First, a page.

Research Article

Consultation skills of young doctors: II--Most young doctors are bad at giving information.

Br Med J (Clin Res Ed) 1986; 292 doi: https://doi.org/10.1136/bmj.292.6535.1576 (Published 14 June 1986) Cite this as: Br Med J (Clin Res Ed) 1986;292:1576
  1. P Maguire,
  2. S Fairbairn,
  3. C Fletcher

    Abstract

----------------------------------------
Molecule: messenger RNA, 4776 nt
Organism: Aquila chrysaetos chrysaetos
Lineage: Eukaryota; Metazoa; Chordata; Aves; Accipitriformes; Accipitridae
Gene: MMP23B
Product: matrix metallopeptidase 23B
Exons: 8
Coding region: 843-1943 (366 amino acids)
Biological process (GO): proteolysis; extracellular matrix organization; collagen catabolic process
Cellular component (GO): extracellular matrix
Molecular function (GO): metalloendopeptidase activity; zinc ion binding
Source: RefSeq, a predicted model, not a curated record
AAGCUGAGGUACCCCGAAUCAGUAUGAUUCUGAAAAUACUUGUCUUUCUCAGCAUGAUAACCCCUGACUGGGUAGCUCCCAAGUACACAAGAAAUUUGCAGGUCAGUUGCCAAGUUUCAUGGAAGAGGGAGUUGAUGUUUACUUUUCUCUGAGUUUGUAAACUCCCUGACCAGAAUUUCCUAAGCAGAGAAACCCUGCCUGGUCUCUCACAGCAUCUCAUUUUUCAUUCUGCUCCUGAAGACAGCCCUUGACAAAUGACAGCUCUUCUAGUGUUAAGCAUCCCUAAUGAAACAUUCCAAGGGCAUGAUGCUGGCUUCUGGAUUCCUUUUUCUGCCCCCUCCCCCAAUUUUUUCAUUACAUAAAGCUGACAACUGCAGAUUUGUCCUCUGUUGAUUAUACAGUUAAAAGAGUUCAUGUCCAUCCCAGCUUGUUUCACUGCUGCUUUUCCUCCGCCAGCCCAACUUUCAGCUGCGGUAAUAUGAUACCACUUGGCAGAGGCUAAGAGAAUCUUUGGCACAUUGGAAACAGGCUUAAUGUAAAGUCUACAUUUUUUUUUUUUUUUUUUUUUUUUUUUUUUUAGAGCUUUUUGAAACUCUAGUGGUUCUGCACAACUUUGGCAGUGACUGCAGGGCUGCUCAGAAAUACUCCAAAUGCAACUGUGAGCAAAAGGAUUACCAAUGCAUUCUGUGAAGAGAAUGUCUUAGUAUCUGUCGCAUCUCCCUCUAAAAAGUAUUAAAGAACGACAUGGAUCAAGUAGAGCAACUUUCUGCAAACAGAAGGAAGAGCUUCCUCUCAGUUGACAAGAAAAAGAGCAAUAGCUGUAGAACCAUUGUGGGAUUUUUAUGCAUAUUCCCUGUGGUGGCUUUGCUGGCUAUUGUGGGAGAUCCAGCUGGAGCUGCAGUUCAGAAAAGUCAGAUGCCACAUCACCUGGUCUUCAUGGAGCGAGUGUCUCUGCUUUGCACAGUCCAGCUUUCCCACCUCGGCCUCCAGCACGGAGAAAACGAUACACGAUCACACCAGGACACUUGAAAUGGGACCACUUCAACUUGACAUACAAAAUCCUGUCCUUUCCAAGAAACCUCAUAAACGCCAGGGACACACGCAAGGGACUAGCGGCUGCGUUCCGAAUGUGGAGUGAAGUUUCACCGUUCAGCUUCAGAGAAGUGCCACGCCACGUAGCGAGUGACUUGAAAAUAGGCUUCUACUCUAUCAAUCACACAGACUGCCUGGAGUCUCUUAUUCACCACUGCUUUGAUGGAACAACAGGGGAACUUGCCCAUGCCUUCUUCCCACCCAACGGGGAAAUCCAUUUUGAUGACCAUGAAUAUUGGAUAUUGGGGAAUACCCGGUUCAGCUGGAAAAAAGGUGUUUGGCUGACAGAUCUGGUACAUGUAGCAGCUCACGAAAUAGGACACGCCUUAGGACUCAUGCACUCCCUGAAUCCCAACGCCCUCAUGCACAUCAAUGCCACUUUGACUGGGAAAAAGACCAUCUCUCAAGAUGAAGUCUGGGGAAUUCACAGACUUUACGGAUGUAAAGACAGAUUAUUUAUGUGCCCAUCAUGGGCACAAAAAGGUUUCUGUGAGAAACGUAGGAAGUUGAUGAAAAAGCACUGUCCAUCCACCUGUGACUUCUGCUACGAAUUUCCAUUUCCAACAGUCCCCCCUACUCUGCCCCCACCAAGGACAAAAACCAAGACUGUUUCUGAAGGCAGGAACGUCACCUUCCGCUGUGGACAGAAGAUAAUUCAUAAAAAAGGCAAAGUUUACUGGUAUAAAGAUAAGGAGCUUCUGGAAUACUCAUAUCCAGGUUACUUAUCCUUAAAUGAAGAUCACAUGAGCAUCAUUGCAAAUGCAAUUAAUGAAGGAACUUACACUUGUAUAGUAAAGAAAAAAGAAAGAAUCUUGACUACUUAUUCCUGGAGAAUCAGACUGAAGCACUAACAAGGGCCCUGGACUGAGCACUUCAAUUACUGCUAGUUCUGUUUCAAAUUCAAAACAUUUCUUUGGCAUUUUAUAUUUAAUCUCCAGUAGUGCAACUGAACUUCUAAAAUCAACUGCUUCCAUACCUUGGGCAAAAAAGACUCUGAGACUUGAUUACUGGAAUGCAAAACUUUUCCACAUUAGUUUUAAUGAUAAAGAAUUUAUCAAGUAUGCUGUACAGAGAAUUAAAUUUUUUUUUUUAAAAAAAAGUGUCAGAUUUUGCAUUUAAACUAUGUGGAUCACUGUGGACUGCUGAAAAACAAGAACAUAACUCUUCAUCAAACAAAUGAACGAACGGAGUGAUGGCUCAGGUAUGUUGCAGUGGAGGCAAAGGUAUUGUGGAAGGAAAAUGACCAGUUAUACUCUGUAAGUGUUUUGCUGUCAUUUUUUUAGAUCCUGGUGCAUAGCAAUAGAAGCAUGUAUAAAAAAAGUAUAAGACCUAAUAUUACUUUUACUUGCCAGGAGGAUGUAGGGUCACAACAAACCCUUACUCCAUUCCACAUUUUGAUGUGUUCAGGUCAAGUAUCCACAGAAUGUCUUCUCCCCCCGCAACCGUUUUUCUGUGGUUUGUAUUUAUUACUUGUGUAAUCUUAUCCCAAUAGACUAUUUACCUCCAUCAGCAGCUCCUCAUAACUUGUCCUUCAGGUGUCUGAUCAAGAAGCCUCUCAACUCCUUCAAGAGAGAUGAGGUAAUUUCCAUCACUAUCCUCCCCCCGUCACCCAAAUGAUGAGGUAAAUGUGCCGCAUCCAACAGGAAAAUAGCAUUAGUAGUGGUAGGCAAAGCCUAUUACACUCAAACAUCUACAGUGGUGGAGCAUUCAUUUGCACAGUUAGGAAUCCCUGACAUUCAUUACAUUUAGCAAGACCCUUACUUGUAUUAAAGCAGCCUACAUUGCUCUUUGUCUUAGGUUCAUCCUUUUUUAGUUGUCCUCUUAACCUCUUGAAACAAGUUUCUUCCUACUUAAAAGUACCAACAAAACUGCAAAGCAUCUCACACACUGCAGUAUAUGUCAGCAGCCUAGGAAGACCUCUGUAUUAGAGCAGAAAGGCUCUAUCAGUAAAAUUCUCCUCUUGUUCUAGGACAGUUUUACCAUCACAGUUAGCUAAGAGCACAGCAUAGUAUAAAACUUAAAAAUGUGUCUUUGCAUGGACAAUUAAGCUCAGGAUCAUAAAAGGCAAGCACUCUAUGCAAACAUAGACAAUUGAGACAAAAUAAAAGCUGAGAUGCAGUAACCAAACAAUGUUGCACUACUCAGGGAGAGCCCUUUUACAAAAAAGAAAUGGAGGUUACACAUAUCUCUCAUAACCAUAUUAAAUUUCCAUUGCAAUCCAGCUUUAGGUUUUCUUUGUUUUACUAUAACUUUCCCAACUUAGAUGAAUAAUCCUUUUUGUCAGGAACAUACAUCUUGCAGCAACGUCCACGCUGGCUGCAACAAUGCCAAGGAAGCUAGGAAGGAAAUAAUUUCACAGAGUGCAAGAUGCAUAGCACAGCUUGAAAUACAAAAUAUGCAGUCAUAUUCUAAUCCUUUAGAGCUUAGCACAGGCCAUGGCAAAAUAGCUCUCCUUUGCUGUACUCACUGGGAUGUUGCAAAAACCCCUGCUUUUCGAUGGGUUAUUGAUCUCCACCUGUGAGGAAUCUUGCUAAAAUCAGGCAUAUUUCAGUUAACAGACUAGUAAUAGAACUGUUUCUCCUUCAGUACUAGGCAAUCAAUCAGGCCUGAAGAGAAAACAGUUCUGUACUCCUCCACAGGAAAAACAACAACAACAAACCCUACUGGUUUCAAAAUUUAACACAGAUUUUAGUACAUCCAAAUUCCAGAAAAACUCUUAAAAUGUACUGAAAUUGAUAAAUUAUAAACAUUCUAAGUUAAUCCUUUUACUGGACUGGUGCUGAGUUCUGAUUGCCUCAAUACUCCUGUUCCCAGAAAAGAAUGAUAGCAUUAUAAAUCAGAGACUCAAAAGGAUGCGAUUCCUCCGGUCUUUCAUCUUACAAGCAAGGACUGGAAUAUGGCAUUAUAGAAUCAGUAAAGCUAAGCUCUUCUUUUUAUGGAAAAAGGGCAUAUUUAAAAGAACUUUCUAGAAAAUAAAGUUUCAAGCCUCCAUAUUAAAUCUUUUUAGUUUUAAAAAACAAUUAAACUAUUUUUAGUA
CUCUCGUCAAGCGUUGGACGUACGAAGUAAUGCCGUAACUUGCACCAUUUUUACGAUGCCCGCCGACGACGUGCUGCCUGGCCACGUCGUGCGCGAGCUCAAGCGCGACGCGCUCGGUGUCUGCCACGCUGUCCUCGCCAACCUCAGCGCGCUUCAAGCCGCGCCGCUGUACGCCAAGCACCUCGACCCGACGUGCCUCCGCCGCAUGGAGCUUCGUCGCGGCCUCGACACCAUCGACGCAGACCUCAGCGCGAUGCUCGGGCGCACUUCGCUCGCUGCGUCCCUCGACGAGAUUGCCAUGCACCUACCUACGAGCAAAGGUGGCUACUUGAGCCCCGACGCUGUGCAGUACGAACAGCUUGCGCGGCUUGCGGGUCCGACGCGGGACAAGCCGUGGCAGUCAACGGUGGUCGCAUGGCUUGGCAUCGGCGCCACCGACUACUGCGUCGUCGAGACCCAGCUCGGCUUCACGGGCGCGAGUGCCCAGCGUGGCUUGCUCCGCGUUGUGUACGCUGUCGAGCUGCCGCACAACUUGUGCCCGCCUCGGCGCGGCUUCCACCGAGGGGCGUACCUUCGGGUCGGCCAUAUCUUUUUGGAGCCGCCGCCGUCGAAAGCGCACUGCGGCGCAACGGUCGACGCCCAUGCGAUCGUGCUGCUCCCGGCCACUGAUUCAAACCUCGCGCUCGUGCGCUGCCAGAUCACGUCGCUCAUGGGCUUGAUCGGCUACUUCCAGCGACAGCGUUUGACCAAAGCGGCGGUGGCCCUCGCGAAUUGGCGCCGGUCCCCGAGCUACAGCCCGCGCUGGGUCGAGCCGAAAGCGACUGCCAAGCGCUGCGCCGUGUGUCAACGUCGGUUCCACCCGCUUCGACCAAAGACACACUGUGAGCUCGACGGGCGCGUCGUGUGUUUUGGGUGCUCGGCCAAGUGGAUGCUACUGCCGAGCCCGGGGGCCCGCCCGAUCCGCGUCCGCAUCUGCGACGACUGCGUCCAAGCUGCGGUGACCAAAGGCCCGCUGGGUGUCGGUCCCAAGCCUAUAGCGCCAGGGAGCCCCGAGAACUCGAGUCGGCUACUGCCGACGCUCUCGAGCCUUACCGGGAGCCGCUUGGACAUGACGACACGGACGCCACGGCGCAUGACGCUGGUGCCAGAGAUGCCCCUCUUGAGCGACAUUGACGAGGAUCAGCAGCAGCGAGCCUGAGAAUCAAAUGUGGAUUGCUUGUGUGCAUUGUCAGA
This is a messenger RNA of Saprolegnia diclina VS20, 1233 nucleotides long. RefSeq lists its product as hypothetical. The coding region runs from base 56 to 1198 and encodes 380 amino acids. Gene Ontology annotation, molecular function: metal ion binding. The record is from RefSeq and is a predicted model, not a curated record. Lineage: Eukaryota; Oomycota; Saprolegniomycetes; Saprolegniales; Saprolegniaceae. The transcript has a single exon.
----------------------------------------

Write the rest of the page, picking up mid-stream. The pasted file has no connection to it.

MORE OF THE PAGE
Forty young doctors, half of whom had had feedback training in interviewing as students, were assessed five years later. Each interviewed three patients and after being given results of examination, investigations, and diagnosis and prognosis returned to discuss them with each patient for 10 minutes. These discussions were filmed on videotape and evaluated. There was no difference between the scores of interview trained and control doctors. Though most gave simple information on diagnosis and treatment, few mentioned investigations, aetiology, or prognosis. Very few obtained and took any account of patients' views or expectations of these matters. Some young doctors do discover for themselves how best to give patients information and advice, but most remain extremely incompetent. This is presumably because they get no training as students in this important aspect of clinical practice. This deficiency should be corrected, and competence tested before qualification to practise.